UMIST, Manchester, Great Britain, August 18-22, 2002
The National Science Foundationís Engineering Education Coalitions program has fostered collaboration and cooperation among universities in the United States for over a decade. The primary goal of this program is to invigorate undergraduate engineering curricula changes to produce graduates that are better prepared to meet the challenges of the 21st century global competitive workforce. The coalitions have produced significant reforms that have met this goal while increasing diversity and student retention and graduation rates. The session will focus on the efforts of the coalitions and the lessons learned through their activities. This panel discussion by invited panelists from several of the Coalitions will begin with a short overview of the Engineering Education Coalitions program. The majority of the panel session will be devoted to a discussion concerning the effects of the program on undergraduate engineering education, and how programs such as this could be enhanced for future offerings.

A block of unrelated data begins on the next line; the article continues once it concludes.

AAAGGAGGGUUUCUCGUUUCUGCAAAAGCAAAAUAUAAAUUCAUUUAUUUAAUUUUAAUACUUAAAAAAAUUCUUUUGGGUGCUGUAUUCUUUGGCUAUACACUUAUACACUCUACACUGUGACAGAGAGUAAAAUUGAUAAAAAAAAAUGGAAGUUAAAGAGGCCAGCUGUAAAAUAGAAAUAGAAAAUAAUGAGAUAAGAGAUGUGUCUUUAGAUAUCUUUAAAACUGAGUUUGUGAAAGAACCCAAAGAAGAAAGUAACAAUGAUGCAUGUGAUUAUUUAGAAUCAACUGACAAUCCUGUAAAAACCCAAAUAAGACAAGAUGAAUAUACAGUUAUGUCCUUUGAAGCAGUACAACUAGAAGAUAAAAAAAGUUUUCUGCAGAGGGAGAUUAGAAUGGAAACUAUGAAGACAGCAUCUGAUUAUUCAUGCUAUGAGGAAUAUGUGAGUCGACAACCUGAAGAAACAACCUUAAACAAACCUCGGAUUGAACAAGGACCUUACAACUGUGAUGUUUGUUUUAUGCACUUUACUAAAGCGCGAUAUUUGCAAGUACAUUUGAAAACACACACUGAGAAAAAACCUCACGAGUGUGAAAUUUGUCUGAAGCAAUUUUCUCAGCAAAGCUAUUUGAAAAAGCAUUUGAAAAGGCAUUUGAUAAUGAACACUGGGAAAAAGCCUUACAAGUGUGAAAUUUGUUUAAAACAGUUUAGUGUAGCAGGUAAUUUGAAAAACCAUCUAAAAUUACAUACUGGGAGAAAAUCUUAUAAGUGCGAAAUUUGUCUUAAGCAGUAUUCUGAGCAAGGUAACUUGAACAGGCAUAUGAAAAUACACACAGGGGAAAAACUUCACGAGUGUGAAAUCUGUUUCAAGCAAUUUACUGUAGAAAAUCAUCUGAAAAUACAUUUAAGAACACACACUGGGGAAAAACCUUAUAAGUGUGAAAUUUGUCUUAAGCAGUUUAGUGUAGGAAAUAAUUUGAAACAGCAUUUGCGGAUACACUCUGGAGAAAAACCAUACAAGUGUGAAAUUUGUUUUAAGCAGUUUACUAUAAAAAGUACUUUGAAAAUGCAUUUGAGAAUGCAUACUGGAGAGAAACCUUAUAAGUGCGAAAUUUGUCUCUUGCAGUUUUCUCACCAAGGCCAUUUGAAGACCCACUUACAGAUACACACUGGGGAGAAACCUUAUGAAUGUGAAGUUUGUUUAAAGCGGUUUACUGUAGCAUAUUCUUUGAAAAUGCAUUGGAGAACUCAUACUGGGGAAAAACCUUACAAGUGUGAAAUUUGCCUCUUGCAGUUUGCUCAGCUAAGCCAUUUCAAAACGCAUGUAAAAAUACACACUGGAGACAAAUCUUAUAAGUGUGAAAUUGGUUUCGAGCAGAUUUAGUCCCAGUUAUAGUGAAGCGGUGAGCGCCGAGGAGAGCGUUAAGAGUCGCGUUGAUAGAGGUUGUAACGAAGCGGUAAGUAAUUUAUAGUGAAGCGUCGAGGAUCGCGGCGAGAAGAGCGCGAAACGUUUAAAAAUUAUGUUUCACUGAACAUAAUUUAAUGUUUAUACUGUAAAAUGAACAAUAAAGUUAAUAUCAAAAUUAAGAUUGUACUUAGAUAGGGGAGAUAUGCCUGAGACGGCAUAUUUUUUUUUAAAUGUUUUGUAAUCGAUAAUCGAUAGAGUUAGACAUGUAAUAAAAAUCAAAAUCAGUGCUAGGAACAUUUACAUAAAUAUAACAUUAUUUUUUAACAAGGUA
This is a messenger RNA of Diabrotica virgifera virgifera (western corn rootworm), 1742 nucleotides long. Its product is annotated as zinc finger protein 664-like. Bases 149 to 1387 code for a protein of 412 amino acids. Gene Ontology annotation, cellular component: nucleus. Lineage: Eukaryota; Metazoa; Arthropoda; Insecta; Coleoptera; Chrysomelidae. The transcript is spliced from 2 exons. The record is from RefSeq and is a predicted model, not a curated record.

This conference emphasizes development of international partnerships in education and research. Through special sessions and international workshops, it provides ample opportunity for discussing future cooperative projects. For more information on iNEER, one of the principal sponsors of the conferences, visit: http://www.ineer.org
January 18, 2002:
Abstract due (invited panelists will submit through website indicated below, with e-mail to Session Chair, beginning the text of abstract with the title of this panel session)
Further information is available at the ICEE-2002 web site: http://www.meeting.co.uk/icee.
Angelo J. Perna
John D. Carpinelli
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